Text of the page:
The In Vitro Diagnostics Regulation, or the IVDR, was created to ensure a greater level of patient protection and regulation around the creation of in vitro diagnostic devices (or IVDs). The IVDR will replace the legacy In Vitro Diagnostic Directive (IVDD) and should ensure a greater level of patient protection and provide rules and regulations that are more effectively implemented.
The manufacturers of these devices are well aware of the IVDR that will soon take effect. Most of these manufacturers are already taking the necessary steps to prepare to comply with this new regulation, but are they as far along in their preparations as they should be?
In an age when your daily wants and needs can be delivered by Amazon, we are a culture of instant gratification. This culture has bled into all walks of life, including our medicine. In June of 2018, Amazon bought PillPack out of Cambridge, MA, for $753 million to crack into the $500 billion dollar prescription market. With this acquisition, customers can get meds delivered to their door with automatic refills and 24/7 customer support.
What are Net Promoter Scores?
Have you heard of Net Promoter Scores? A company’s NPS or Net Promoter Score is a measurement of customer satisfaction.1 These scores are especially useful in the staffing industry, in which feedback isn’t linked to a tangible product, but is instead related to a more subjective service or experience. For example, when a client says their experience with us was “good,” it’s difficult to derive true meaning from that response, especially as the definition of “good” likely varies vastly from client to client. Thus, the staffing industry was in need of a universally understood, tangible measure of a subjective experience. Enter NPS. While NPS surveys can ask a number of questions, the concept truly focuses on only one:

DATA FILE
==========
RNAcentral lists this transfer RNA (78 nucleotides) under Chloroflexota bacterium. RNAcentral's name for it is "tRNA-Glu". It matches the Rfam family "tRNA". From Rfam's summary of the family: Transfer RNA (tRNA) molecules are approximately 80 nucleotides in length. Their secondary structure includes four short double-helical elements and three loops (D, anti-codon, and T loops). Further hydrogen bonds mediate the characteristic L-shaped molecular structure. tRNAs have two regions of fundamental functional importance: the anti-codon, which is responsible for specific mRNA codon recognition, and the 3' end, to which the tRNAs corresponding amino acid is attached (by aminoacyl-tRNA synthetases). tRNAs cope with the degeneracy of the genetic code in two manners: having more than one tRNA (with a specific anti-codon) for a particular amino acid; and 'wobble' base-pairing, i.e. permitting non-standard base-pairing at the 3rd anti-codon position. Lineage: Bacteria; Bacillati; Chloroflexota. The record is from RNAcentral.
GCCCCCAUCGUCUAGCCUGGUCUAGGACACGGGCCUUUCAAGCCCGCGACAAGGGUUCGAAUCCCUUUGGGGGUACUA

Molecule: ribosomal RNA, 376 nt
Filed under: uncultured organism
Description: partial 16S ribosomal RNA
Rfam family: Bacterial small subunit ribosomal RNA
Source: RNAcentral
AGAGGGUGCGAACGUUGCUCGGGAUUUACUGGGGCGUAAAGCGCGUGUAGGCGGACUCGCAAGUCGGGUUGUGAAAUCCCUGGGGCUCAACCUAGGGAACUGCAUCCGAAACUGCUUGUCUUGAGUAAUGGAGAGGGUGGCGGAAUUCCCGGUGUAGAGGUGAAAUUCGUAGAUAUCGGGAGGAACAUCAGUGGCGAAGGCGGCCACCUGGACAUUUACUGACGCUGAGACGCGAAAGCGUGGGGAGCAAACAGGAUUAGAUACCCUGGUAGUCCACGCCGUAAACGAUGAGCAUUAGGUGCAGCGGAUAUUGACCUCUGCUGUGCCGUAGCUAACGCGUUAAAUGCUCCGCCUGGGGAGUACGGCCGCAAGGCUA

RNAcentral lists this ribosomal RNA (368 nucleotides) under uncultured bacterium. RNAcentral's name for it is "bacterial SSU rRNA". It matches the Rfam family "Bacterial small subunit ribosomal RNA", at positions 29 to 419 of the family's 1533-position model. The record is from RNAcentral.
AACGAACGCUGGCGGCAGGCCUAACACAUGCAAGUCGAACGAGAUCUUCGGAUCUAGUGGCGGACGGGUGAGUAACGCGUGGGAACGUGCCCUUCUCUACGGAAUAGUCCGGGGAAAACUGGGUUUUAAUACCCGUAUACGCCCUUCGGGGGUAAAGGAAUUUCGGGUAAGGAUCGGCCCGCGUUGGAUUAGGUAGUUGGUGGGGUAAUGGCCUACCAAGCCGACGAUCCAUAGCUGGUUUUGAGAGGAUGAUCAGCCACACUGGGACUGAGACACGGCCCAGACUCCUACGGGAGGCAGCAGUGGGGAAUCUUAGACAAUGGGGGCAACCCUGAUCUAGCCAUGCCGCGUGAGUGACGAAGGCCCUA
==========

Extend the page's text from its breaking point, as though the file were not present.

How likely are you to recommend your firm to a friend of colleague?2
When the FDA inspects a pharmaceutical or biotechnology company’s manufacturing facilities, they can either alert the company ahead of time or show up unannounced. After the inspection is over, the FDA might send what is called an FDA Form 483 or a warning letter. There are differences between each and varying consequences depending on how each of these is handled.
In our recent blog post entitled Prepping for a Successful FDA Inspection, we discussed the importance of having a Site Inspection Readiness Team always “at the ready” for FDA visits, regardless of whether the visits are scheduled or unannounced. But what happens once the inspectors arrive? You should have a checklist on hand for the key logistical considerations.
Don't limit your team's ability to perform. Consider freeing up your best internal resources by using an outsourced team as an extension of your functional group.
It’s certainly a challenge that most – if not all – companies face these days: which aspects of our business do we keep in-house, and which pieces do we outsource? And nowhere is that more of a challenge than within the regulated environment of the pharmaceutical industry.